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Friday, April 15, 2011
Germantown Cricket Club; Bradley Manning, and Clergy Sex Abuse: ICON Magazine column, April 2011
In the somewhat rundown landscape of Northwest Philadelphia, the Germantown Cricket Club has seen it all.
Founded in 1854 by a group of ardent cricket players, the Club was designed by architects McKim, Mead & White in 1879. The date is important because some critics consider the firm’s work from 1879 to 1887 to be superior to the design of the firm’s later buildings which copied post 16th Century Italian Renaissance styles and which quickly became the firm’s signature style (Boston’s Trinity church and the Public Library are two fine examples of this). MMK, in fact, produced so many “Renaissance” buildings in Manhattan that architects such as Louis Sullivan and Frank Lloyd Wright found it hard to hide their contempt. Wright, for instance, once remarked that the firm’s post 1887 work was “No more beneficial to humanity than the bubonic plague.”
The Germantown Cricket Club follows MMW’s “shingle style” design used in the construction of a number of seashore homes, casinos and villas, such as the Newport Casino Tennis Club in Rhode Island.
In its heyday, MMW boasted so many wealthy clients that some wondered how other architects ever got a chance to earn a living.
The Club’s Manheim building, with its Grand Ballroom, spacious outdoor dining area and manicured lawn, all of it evoking the atmospheric qualities of an Evelyn Waugh novel. Taking a tour of the place recently with (the Lou Kahn-trained) Germantown architect Robert Crouh, made me wonder how this imposing structure-- which was granted National Historic Landmark status in 1987-- managed to survive Germantown’s long devolution.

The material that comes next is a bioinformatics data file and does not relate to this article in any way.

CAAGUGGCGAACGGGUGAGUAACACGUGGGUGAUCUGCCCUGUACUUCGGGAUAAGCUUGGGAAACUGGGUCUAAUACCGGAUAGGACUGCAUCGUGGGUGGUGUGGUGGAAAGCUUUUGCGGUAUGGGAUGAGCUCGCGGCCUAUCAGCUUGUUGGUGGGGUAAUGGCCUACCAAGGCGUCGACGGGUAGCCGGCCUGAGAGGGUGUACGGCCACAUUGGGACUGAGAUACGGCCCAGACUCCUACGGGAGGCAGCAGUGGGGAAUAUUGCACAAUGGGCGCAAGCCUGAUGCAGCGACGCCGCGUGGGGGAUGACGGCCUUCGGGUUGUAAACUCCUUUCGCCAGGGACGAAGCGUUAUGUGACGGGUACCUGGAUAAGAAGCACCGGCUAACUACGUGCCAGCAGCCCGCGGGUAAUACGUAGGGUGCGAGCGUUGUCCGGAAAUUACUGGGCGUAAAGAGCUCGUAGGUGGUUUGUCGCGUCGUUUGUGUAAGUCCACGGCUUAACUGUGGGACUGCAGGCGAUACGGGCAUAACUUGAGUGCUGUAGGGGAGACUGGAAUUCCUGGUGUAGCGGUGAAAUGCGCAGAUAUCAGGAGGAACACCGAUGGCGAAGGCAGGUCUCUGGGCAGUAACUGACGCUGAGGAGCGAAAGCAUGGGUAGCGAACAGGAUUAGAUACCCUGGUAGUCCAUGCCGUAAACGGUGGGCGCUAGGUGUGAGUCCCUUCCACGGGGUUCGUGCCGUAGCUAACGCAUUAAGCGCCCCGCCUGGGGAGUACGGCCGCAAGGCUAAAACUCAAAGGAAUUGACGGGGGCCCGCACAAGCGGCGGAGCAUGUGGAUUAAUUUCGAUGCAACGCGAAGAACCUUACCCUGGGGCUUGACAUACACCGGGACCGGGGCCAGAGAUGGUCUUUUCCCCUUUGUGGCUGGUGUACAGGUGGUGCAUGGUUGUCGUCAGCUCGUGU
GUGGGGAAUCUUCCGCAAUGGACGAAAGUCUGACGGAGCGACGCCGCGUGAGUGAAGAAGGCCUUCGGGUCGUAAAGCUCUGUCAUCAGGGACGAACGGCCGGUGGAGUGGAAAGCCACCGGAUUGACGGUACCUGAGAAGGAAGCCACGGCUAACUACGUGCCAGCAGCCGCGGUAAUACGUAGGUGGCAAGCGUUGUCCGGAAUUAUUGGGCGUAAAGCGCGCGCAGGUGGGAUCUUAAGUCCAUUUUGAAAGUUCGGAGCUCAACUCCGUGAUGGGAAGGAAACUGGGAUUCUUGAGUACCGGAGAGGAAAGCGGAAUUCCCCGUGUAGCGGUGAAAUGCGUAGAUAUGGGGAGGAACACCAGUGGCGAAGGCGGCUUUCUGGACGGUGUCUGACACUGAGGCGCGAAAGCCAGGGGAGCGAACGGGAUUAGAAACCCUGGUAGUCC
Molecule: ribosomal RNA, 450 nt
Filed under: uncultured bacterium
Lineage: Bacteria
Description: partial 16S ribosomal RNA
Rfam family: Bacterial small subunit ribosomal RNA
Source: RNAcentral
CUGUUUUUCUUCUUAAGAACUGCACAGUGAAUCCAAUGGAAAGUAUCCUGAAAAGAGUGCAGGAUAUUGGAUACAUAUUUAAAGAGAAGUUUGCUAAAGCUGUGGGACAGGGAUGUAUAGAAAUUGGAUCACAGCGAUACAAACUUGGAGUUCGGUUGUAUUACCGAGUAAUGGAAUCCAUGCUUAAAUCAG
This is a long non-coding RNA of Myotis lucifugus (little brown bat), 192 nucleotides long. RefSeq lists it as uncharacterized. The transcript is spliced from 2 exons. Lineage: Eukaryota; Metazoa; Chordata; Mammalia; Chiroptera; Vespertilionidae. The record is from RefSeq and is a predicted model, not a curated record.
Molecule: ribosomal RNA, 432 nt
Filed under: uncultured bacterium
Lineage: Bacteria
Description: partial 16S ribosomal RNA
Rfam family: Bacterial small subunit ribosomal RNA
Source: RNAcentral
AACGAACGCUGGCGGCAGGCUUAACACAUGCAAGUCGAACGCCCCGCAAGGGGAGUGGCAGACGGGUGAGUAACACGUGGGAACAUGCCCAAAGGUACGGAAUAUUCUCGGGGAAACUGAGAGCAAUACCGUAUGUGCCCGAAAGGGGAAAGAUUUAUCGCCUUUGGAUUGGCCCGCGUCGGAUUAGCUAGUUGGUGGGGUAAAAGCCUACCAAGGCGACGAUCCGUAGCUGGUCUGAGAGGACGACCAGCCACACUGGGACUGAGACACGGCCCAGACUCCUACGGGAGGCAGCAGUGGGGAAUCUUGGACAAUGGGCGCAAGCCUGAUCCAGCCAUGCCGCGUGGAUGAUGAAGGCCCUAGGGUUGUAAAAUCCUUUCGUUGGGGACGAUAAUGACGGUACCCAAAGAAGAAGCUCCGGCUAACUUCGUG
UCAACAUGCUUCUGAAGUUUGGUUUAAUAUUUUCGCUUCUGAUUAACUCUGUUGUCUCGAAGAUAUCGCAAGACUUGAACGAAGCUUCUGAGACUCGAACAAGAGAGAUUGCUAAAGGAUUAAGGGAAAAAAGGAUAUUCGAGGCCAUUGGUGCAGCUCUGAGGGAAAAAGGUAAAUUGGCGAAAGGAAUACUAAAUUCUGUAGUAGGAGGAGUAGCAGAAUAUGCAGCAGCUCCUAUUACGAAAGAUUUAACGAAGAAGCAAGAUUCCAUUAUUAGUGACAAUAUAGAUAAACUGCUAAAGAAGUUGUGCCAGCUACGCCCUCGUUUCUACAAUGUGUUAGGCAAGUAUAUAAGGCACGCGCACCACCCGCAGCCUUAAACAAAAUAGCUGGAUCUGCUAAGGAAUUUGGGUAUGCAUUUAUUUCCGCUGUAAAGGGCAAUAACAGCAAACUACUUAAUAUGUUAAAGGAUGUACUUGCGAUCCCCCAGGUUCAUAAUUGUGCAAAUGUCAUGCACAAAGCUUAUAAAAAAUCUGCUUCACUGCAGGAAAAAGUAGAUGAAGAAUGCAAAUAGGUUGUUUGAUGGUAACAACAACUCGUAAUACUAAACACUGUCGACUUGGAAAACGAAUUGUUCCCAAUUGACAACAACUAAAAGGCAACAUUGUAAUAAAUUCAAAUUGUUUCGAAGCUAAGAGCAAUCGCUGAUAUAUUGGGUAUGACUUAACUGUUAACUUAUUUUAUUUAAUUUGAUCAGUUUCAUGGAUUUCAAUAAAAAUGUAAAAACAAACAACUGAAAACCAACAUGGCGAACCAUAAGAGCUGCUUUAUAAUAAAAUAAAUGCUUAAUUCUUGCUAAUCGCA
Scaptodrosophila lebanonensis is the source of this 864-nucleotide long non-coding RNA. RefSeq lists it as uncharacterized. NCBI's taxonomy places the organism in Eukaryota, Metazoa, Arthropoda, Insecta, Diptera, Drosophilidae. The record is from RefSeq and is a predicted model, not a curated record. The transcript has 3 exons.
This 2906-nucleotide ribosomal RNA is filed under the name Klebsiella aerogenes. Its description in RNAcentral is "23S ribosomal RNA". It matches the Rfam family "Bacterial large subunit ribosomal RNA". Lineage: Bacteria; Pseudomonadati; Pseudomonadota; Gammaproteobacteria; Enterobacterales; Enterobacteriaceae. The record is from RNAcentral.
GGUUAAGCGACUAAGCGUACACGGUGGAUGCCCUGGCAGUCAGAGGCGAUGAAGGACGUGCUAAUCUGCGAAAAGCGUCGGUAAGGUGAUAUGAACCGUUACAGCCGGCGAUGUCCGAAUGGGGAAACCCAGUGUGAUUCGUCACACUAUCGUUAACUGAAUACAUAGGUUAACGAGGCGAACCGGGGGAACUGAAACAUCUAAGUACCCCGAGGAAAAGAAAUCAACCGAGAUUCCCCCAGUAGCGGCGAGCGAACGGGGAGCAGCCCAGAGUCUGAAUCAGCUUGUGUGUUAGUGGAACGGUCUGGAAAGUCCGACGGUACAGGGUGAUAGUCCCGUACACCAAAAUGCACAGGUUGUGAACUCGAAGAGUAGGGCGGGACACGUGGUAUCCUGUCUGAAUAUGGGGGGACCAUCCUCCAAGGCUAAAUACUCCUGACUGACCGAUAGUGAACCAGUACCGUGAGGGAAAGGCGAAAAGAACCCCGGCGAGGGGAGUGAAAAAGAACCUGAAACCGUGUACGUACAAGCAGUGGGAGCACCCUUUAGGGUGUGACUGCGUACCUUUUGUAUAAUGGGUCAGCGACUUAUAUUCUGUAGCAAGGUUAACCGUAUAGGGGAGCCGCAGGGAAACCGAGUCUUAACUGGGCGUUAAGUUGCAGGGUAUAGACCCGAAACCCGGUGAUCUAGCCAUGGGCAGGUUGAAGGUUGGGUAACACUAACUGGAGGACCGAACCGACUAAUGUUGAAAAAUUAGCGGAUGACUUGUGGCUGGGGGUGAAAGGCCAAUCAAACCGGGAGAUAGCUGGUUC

Germantown in the late 1800s was a moneyed place when visitors entered via a rose garden (where today there’s a parking lot). By 1891, when 7,000 or more spectators converged at the Club to watch the Philadelphia Cricket team beat England’s Lord Hawke’s boys, the Club had become world famous. Exponential growth required the addition of an athletic wing (with lockers, squash courts and an indoor pool and lounge) in 1903-4, also designed by MMW.
The manicured lawn behind the Manheim building, though covered with snow the day of our visit, cannot be walked on without special shoes. It’s easy to imagine a large hated, white-gowned Vanessa Redgrave “floating” over this space in some 19th century epic.
“Cricket is not a sport one associates with Philadelphia. Before the Civil Wart it was really immigrants who played cricket. Prominent Philadelphians didn’t want their kids playing cricket with kids who didn’t speak English,” Couch told me. “After the Civil War it became a sport that the people on the Gilded Age side of things didn’t feel that bad about playing.”
The Ladies clubhouse was torn down in the 1950s when women were incorporated into the Club while the cricket stadium, which held a pool and underground bowling alley, was demolished 45 years earlier.
From the beginning, Couch says, membership was far more open “than you’d expect a Philly club to be…there were Jewish and Spanish members long before such things were common.”